THE BLOG

Instinct, Illness and Finding Your Way

23/01/2015 11:13 GMT | Updated 25/03/2015 09:59 GMT

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Sometimes I wonder how exactly we navigate this world. By structures that sometimes crumble, by whatever road maps we're meant to follow, via family, friends, work and relationships, via absolute randomness. Then, sometimes, our road maps fail; we hit turnings we never saw coming and we have to let go of any preconceived notions of how things are meant to be. What then?

As a child, I believed my life for map was already laid out. I grew up in middle class suburbia. After school, I'd go to university. At university, I would work hard. A good degree would lead to work in the City (journalism or publishing). It'd be competitive and the ultimate aim would be a great salary. I'd marry a man, have a big wedding. Buy a house. Raise some children. Whatever else was wrong in my life in childhood (and there was a lot wrong), I clung to these ambitions. These were my aspirations and conditioning; my framework. I was going to be Normal.

Somewhere between childhood and my teenage years, I realised something: I wasn't straight. Eventual marriage to a man began to look less likely. Later I'd realise that my queerness was fine, great, even, but it'd take a while. Still, there was uni for which to aim, so I worked and worked. Aged seventeen, I went to visit universities. I visited Edinburgh and my heart leapt up: I felt right there. Then I visited another uni, a huge campus one; one which ran a particularly high profile course. That place didn't feel right. Later, I picked that campus uni...for the course. In the act of choosing, I disregarded myself. That course never felt right.

Aged seventeen, it never occurred to me to listen to my inner guidance; to that nebulous, knowing place in a person that says: "Yes, this is right", that is sometimes a physical tug, more feeling than thought. I went to uni and my life map tore. I got depressed. I suspended my studies twice. Instead of studying I found myself in therapy for the depression. Instead of shooting for grades, I came out as queer, I dated women and finally, I went off travelling alone. It was all necessary and entirely not what I'd been expecting.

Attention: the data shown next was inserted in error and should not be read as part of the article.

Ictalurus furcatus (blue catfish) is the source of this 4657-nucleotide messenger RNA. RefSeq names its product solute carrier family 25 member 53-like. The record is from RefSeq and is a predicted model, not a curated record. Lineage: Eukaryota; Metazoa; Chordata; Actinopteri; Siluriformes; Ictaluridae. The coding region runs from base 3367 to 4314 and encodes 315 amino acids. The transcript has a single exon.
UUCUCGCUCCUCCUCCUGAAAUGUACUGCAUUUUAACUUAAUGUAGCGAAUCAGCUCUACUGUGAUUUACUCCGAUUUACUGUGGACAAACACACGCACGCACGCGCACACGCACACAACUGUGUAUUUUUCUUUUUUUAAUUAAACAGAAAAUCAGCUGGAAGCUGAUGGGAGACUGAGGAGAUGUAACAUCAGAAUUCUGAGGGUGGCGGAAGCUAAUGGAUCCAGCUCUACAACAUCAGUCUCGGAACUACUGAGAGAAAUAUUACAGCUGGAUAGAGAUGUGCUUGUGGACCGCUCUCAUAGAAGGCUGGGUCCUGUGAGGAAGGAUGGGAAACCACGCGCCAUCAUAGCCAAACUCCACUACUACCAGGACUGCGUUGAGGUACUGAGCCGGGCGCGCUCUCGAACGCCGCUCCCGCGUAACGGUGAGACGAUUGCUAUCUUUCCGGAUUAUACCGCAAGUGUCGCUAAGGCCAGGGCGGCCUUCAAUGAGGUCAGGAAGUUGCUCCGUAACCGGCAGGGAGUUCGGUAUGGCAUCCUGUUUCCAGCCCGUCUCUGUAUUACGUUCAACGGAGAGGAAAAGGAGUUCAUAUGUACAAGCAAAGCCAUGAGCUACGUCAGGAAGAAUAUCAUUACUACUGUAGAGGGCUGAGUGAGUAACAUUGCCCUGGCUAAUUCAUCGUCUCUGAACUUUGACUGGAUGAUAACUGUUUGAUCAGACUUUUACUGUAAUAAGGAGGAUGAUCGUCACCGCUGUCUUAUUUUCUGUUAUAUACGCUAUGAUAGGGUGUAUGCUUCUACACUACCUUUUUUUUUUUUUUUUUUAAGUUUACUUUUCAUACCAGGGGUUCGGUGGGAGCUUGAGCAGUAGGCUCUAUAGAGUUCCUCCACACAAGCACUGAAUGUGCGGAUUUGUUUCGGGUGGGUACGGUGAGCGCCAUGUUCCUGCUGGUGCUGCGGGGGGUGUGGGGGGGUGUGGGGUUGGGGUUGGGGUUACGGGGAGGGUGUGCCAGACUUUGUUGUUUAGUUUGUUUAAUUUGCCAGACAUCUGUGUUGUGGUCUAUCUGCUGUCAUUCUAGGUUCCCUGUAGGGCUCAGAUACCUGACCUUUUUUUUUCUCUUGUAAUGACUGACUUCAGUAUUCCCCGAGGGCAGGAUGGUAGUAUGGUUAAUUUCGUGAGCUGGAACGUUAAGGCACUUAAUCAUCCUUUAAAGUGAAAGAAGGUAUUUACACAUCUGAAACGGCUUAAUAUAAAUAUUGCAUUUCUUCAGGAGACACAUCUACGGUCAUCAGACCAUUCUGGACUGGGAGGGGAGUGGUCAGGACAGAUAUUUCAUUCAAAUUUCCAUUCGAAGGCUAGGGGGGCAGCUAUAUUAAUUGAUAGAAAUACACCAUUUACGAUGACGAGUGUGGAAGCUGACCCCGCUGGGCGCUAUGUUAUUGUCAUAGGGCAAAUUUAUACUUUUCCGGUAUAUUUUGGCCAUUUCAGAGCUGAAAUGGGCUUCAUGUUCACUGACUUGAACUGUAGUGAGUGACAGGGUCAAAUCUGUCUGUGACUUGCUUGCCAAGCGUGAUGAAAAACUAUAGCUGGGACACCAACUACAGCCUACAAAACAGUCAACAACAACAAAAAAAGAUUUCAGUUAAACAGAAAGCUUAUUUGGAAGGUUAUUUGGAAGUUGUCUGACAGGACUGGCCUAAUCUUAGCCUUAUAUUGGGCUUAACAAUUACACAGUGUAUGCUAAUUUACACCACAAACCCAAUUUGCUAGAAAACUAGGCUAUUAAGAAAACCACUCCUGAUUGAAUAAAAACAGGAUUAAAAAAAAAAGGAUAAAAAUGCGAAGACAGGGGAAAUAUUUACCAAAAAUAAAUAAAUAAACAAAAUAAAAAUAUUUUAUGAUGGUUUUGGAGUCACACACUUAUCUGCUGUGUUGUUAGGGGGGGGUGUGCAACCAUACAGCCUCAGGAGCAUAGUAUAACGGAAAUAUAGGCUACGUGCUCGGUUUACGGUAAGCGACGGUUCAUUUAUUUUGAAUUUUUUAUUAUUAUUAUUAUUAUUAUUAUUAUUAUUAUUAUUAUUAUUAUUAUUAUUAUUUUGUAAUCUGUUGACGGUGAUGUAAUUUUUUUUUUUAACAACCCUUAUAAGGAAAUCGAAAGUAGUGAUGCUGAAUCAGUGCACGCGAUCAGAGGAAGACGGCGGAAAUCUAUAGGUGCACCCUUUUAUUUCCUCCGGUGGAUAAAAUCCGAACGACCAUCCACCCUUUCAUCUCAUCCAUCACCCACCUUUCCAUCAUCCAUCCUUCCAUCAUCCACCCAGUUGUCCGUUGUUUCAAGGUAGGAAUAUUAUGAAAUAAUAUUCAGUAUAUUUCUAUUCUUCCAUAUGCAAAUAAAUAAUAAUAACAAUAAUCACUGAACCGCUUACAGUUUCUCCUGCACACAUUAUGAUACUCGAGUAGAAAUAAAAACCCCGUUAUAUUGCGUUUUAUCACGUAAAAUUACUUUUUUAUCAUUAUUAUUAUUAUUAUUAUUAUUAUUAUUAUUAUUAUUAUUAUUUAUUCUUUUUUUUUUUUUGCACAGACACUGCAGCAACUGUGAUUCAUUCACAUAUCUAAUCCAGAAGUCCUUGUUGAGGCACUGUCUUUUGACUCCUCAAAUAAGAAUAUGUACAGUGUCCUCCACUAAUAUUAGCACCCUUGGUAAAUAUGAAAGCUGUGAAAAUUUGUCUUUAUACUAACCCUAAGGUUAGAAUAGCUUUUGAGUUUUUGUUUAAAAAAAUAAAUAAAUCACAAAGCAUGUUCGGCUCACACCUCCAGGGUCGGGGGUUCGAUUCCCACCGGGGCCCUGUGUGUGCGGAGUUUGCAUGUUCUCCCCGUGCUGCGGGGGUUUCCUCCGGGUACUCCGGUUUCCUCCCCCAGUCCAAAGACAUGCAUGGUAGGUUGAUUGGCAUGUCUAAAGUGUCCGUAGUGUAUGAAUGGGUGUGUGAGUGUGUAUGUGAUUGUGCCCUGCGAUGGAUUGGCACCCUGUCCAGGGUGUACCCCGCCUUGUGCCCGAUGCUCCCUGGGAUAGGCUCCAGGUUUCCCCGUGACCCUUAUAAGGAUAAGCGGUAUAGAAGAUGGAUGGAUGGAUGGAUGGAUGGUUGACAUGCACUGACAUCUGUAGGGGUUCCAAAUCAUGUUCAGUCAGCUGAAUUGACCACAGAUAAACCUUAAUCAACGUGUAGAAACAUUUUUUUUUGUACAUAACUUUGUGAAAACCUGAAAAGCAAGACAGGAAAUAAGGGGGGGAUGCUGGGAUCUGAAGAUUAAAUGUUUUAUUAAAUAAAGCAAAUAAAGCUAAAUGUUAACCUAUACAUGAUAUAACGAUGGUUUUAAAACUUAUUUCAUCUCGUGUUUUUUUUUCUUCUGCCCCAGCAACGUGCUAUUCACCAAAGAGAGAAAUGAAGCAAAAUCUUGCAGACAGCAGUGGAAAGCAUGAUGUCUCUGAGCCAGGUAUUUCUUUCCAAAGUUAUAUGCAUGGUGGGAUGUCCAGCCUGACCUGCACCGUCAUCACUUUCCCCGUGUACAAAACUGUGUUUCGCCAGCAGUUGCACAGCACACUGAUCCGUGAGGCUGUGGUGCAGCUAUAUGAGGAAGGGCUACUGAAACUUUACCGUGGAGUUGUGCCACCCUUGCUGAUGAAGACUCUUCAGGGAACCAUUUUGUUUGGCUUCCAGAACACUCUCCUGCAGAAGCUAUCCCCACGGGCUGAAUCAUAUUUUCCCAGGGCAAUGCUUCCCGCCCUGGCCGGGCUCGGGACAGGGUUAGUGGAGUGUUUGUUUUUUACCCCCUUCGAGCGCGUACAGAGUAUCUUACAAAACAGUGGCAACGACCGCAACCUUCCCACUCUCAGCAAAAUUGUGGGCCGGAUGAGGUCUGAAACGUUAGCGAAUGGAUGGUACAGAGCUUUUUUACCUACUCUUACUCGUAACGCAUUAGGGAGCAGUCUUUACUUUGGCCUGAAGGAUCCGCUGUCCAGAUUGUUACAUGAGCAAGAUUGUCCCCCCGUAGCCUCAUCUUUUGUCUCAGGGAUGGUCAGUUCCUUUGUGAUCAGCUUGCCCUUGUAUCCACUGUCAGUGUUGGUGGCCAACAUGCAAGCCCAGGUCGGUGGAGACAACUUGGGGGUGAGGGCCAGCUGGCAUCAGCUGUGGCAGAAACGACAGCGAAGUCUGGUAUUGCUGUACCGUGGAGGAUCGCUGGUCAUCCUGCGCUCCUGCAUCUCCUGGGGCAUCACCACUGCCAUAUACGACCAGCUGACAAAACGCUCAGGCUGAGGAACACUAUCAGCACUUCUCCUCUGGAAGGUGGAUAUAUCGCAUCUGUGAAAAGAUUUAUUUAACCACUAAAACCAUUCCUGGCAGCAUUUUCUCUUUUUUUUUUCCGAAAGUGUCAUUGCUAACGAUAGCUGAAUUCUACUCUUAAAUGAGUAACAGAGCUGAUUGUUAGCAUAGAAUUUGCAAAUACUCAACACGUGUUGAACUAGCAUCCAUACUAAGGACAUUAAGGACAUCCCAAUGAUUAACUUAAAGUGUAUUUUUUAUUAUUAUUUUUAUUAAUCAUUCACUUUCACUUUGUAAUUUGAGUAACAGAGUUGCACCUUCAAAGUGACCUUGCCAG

By the time my depression was no longer all-consuming, I began temping in London offices. Wearing suits felt like bad costumes. Then, one morning, I woke and my legs gave way beneath me. I developed Chronic Fatigue Syndrome. I didn't go back to uni. My life map dissolved. This life I'd constructed: hard work at uni, then whiling away my days in offices, clubs and parties and London - none of it worked for me. Finally, my body ceased to function in any familiar way.

Probably at least the first year of my illness was framed in denial; me fighting myself. I'd get better, I told myself, and quickly. This wasn't happening. The umpteenth doctor would give me treatment that healed me. None of this happened. I was ill and I was exhausted and when healing began to come, it came slowly - not one steady straight line to recovery, but ups, downs, better, worse; erratic flow.

Illness, as the familiar fell away, took me - eventually - deep into instinct. Into hearing my needs, dialogue with my body, into - finally - trying to really inhabit my skin: less pace, more simply being, into places I'd never expected. Sometimes illness was excruciating, but in illness, I began to make changes and what's more: some of those changes felt entirely right. My twenties were spent writing, healing, following unexpected directions. I often felt as though I was groping in the darkness, nothing left but to trust, trust, as best as I could in something; in myself.

For me, illness has often been a guide, or rather: the drive for wellness has: for me to be more whole; to not abandon myself. A difficult, tricksy guide. You're not allowed to go backwards in life. Sometimes you try, but as you change, the places in you once fitted are no longer comfortable. So, I find myself perpetually 'on the road', sometimes metaphorically, sometimes literally, trying to stay atune to my own feelings, longings and wisdom, to mesh it to the world around me. Learning hasn't taken the shape I thought it would. This is best.